Phys 451 — Fall 2014
Department of Physics & Astronomy
Instructor Dr. Kevin Beach
Office: 206 Lewis Hall

More details provided in the syllabus.


  1. due Tuesday, September 9
  2. due Thursday, September 18
  3. (ungraded) preparation for the test on Thursday, September 25
  4. due Tuesday, October 14
  5. due Tuesday, October 28
  6. due Tuesday, November 18


  1. Review of the syllabus; differences between classical and quantum mechanics in the Lagrangian and Hamiltonian schemes; features of QM that break our classical intuition; Dirac notation and the operator formalism; linear vector spaces; orthonormality and completeness of states; time evolution of quantum states; expectation values and matrix elements; position representation; wave function of a freely propagating particle—see Robinett 1.1–1.5, 6.1–6.2, 12.1–12.2; Fitzpatrick 3.1–3.4
  2. Probabilistic interpretation of QM; position and momentum representations as Fourier transform pairs; momentum operator; particle in a nonzero potential; properties of the wave function; current operator and continuity equation for the local probability density—see Robinett 3.1–3.2, 4.1–4.5; Fitzpatrick 2.1–2.5, 3.14–3.16
  3. Probabilty current arising from a spatially varying phase angle; time evolution of expectation values; commutator relations; stationary states; eigenfunctions and eigenvalues; inner products and the expansion postulate—see Robinett 4.6–4.8, 12.4–12.5; Fitzpatrick 4.1–4.12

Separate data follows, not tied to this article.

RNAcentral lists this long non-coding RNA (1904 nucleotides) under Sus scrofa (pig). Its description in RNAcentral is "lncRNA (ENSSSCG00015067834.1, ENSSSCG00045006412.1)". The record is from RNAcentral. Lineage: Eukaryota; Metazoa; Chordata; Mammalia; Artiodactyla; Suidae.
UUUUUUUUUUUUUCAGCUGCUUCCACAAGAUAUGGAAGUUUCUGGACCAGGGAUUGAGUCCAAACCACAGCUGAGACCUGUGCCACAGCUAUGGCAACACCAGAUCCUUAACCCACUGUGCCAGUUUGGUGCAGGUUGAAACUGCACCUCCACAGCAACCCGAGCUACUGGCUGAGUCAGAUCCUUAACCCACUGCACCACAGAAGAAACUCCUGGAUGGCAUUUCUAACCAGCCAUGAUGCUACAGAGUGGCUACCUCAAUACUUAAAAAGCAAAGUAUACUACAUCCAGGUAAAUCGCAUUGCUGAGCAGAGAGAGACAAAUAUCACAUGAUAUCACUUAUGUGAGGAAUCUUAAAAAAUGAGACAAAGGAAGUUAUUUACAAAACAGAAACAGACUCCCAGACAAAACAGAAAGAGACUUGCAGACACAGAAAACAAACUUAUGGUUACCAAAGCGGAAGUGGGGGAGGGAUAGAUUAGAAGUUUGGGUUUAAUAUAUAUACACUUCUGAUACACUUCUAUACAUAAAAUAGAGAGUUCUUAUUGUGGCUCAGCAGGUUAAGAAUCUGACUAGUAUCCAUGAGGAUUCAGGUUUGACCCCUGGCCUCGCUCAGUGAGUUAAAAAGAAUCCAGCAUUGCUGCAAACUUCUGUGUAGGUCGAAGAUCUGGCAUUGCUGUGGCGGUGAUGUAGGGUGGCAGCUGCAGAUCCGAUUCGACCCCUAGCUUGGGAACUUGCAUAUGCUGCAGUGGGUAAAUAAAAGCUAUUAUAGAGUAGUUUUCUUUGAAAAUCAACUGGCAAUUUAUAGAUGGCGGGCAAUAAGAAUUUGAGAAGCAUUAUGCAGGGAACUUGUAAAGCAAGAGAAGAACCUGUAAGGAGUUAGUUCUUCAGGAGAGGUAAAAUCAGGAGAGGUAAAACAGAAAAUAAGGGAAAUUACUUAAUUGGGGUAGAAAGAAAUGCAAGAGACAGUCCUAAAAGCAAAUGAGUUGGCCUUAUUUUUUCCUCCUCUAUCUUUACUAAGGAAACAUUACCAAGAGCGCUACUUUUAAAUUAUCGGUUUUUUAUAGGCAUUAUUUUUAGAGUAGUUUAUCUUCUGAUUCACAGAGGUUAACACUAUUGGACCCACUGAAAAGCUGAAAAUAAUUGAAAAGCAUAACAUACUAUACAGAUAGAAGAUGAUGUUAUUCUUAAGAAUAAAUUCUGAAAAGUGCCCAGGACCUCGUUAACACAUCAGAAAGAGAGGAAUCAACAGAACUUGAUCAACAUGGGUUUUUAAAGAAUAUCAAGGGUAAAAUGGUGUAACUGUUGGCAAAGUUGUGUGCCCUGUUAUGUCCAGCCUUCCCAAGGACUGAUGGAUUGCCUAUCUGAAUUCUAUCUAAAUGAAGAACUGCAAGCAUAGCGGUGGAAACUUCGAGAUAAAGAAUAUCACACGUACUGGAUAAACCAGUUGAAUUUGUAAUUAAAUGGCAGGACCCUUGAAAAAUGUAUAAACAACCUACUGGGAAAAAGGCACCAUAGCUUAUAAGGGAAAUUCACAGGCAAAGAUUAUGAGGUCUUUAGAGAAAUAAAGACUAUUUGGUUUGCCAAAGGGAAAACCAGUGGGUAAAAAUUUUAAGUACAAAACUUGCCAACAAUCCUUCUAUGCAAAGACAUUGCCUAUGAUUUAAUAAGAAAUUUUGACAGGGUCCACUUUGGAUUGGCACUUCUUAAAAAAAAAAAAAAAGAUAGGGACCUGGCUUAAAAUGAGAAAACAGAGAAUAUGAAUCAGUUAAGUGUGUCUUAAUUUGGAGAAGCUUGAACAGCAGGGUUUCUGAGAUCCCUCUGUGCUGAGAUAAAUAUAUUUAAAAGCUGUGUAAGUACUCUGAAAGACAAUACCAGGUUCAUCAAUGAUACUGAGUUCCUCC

4. Expansion in a complete basis of energy eigenstates; closure relation; normalization; expectation value of energy; measurement postulate; infinite square well; continuity and smoothness of the wave function; reflection symmetry and the parity of the wave function—see Robinett 5.1–5.3, 6.3–6.7; Fitzpatrick 5.1–5.2
  5. Finite square well; applying matching conditions for a piecewise-defined wave function; particle in a double well; two-level systems—see Robinett 8.2; Fitzpatrick 5.7
  6. Review of Assignment 1; image potential near a metallic surface—see Robinett 8.3; Fitzpatrick 7.1–7.3
  7. Exponential envelope in the asymptotic limit; power series solutions; barrier tunnelling problems; transmission and reflection coefficients—see Robinett 11.1–11.2; Fitzpatrick 5.8, 9.4, 5.3
  8. Transfer Matrix approach to barrier tunnelling
  9. Bras, kets, and the relationship to linear algebra; matrix mechanics using a finite basis set; review of Assignment 3—see Robinett Ch 10.4
  10. Review of the first in-class test; expansion postulate; basis of free-particle states and the relationship to Fourier transforms—see Robinett 2.2–2.3
  11. Time evolution of a wavefunction in a basis of energy eigenstates—see Fitzpatrick 4.9, 4.11–12
  12. Gaussian wave packets; probability current; dispersion; tunnelling—see Robinett Ch 2.5; Fitzpatrick 3.10–3.13
  13. Expectation values and their time dependence; numerical approaches based on discretization and iteration; cutoffs and resolution; spectral methods—see Robinett 10.1, Fitzpatrick 3.15, 4.1–4.5
  14. Quantum harmonic oscillator (QHO), factorization and second quantization—see Robinett 9.1–9.2, 13.1–13.3; Fitzpatrick 5.8
  15. QHO, manipulation of ladder operators, Hermite polynomials, vibrational modes of diatomic molecules—see Robinett E.3, 9.3
  16. Two-dimensional QHO—see Robinett 15.1
  17. Formalism for two interacting particles in three-dimensional space, hydrogen atom, transformation to centre-of-mass and relative coordinates, separability, components of angular momentum and their operator algebra—see Robinett 14.1–14.3, 16.1; Fitzpatrick 6.4
  18. Spherical coordinates, angular momentum eigenstates, vibrational and rotational modes of diatomic molecules—see Robinett 16.2–16.3; Fitzpatrick 8.1–8.7